Saudi Arabia’s Electricity and Cogeneration Regulatory Authority (ECRA) has announced new electricity tariffs as part of plans to gradually increase prices from January 1.
In a statement to Saudi Press Agency, the authority said the new prices aimed to raise economic efficiency, rationalise consumption of natural resources and boost the contribution of the non-oil sector.
The savings from the new price tariffs will partly be used to support a new citizen account programme to protect low to middle-income families from austerity measures including a new value added tax and other cost increases.
The Council of Ministers announced the policies of the system on Tuesday and said the first payments would be made on December 21.
Under the new electricity prices, consumption tariffs for residential, commercial, agricultural, healthcare, private education and charitable institutions will increase.
Industrial and government tariffs will remain the same.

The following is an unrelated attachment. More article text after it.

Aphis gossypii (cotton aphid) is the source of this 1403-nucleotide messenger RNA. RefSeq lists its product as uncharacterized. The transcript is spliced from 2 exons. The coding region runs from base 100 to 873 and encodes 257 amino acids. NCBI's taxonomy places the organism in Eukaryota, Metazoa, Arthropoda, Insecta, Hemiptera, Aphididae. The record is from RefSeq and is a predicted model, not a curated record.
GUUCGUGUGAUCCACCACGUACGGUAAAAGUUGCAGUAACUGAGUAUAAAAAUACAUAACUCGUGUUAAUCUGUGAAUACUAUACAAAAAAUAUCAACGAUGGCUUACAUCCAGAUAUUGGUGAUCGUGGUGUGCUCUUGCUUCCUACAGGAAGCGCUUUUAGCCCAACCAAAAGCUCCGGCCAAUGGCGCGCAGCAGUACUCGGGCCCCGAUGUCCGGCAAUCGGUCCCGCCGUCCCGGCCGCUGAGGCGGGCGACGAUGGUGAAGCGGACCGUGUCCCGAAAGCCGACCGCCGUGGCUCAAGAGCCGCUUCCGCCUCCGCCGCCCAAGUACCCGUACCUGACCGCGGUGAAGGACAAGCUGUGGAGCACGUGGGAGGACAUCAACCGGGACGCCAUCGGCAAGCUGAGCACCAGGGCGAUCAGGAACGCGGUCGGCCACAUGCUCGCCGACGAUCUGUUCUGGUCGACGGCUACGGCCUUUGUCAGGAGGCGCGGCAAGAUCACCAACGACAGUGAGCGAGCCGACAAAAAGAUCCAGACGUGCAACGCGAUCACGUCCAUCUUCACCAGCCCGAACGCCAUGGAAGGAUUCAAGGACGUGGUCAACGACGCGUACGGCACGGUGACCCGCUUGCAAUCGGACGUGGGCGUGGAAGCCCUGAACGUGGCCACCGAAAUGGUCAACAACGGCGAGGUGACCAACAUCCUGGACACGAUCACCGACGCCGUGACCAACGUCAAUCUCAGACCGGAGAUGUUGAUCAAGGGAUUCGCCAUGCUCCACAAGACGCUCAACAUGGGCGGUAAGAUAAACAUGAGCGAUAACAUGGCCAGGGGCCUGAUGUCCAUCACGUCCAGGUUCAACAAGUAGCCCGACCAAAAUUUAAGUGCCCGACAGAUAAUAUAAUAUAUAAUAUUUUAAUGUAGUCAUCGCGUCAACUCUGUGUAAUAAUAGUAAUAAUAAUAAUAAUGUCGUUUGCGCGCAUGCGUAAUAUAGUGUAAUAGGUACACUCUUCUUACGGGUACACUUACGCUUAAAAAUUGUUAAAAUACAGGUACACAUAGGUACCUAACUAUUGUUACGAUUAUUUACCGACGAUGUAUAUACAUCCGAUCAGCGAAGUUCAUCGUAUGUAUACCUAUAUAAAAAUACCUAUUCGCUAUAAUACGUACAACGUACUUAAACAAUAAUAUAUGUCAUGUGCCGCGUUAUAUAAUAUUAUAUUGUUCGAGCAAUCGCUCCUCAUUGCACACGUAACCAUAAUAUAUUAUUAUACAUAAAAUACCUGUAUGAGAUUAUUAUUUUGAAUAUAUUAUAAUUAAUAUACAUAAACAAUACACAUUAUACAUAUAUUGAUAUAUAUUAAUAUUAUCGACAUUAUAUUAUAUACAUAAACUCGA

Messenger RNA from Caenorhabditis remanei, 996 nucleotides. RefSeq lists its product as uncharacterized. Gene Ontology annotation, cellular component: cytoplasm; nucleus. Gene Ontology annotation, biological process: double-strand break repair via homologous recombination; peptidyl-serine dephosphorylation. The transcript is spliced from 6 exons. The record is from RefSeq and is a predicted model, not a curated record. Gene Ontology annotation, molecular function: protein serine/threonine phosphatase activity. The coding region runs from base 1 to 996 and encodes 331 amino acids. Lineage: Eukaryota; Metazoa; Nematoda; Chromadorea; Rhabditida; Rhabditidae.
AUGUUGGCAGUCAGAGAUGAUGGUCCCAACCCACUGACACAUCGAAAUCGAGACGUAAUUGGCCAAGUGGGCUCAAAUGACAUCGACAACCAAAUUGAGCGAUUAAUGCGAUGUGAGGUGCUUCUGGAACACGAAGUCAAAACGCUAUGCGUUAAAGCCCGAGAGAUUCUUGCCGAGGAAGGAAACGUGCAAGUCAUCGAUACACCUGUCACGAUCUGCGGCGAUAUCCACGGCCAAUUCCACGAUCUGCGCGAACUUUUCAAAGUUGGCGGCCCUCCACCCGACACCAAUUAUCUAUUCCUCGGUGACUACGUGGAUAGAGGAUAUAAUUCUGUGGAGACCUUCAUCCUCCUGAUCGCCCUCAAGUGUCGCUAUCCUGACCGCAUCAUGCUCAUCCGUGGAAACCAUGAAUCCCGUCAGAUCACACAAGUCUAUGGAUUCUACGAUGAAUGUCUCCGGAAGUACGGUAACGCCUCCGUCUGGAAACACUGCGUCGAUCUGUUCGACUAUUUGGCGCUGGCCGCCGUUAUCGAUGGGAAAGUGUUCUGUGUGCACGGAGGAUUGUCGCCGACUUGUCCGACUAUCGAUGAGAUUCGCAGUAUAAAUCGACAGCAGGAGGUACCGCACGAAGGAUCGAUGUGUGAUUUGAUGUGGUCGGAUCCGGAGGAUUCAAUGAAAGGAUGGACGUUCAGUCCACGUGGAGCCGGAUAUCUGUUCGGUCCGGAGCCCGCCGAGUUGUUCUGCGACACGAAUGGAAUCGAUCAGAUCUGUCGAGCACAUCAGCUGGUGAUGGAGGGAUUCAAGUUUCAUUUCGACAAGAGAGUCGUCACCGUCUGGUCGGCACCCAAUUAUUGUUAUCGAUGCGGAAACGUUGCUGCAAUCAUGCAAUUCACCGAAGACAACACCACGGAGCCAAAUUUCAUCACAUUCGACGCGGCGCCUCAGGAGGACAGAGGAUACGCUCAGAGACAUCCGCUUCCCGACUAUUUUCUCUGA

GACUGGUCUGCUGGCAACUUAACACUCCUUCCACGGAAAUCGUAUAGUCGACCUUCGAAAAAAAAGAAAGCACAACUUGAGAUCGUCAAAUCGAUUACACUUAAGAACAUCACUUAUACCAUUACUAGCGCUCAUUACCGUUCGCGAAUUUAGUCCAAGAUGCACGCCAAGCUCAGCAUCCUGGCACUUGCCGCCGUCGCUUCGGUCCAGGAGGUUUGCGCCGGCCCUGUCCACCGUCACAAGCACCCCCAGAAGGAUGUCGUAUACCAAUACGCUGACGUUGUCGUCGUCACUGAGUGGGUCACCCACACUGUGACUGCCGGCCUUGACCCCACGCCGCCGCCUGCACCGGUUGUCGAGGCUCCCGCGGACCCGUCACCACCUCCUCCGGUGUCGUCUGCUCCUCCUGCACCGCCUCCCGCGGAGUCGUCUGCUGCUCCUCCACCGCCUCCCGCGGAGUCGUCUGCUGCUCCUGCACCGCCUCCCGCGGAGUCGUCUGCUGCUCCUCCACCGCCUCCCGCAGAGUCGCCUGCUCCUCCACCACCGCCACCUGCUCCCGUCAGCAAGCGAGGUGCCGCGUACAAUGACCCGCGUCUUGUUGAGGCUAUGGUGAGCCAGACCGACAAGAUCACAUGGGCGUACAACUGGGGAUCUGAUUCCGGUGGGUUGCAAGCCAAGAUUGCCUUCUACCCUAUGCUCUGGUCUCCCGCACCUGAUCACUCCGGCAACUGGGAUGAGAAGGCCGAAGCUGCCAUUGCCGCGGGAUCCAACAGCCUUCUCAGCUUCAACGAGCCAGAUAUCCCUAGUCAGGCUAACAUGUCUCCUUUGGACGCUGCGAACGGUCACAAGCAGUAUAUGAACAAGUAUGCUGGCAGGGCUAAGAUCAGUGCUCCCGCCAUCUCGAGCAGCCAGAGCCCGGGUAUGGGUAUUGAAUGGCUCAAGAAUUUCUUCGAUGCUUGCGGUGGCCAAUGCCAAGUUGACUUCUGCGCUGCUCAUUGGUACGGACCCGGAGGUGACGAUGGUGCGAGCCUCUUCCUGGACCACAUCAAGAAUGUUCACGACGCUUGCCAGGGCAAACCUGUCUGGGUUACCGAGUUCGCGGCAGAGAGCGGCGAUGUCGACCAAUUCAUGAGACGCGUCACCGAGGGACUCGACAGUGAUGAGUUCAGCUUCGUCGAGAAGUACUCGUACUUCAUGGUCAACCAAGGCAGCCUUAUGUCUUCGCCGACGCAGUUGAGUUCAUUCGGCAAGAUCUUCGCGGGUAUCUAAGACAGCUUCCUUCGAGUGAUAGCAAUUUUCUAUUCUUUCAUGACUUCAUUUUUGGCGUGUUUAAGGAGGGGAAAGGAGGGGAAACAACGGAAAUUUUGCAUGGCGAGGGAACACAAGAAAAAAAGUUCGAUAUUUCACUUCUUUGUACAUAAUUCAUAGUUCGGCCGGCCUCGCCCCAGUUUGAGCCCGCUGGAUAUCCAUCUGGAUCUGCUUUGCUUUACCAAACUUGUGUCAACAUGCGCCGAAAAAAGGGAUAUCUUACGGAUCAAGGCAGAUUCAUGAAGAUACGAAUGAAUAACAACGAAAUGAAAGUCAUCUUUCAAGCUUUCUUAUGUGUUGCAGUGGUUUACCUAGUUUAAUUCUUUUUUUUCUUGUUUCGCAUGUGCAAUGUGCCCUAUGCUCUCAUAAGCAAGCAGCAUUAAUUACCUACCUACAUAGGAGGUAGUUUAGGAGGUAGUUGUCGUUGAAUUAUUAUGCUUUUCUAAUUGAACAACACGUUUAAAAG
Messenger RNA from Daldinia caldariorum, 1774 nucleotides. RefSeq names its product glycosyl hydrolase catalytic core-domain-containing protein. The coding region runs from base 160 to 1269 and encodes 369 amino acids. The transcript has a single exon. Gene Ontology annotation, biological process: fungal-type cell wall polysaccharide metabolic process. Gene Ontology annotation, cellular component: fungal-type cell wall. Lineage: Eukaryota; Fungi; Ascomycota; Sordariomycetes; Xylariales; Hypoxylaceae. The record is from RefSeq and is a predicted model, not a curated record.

Residential consumption of between 1 and 6,000 KW/h per month will cost 18 halalas per KW/h, rising to 30 halalas for consumption above 6,000 KW/h.
This will double or more than triple prices for some consumers where previous tariffs were 5 halalas for consumption between 1-2,000 KW/h a month and 10 halalas for 2,001-4,000 Kw/h. Those in the 4,001-6,000 KW/h consumption category will see prices slightly decrease from a current rate of 20 halalas.
In the commercial sector prices in the 1-6,000 KW/h category will rise to 20 halalas per KW/h and 30 halalas for consumption above 6,000 KW/h.
Agricultural, non-profit and charitable organisations will have prices of 16 halalas per KW/h for 1-6,000 KW/h of consumption per month and 20 halalas for consumption above 6,000 KW/h.
Private healthcare providers, private schools and education institutes will have prices of 21 halalas per KW/h, while prices for industrial use will be 18 halalas per KW/h and government use 32 halalas per Kw/h.
Immediate instructions have been sent to Saudi Electricity Company and electricity facilities to amend the current billing system.
Source Credit: Gulf Business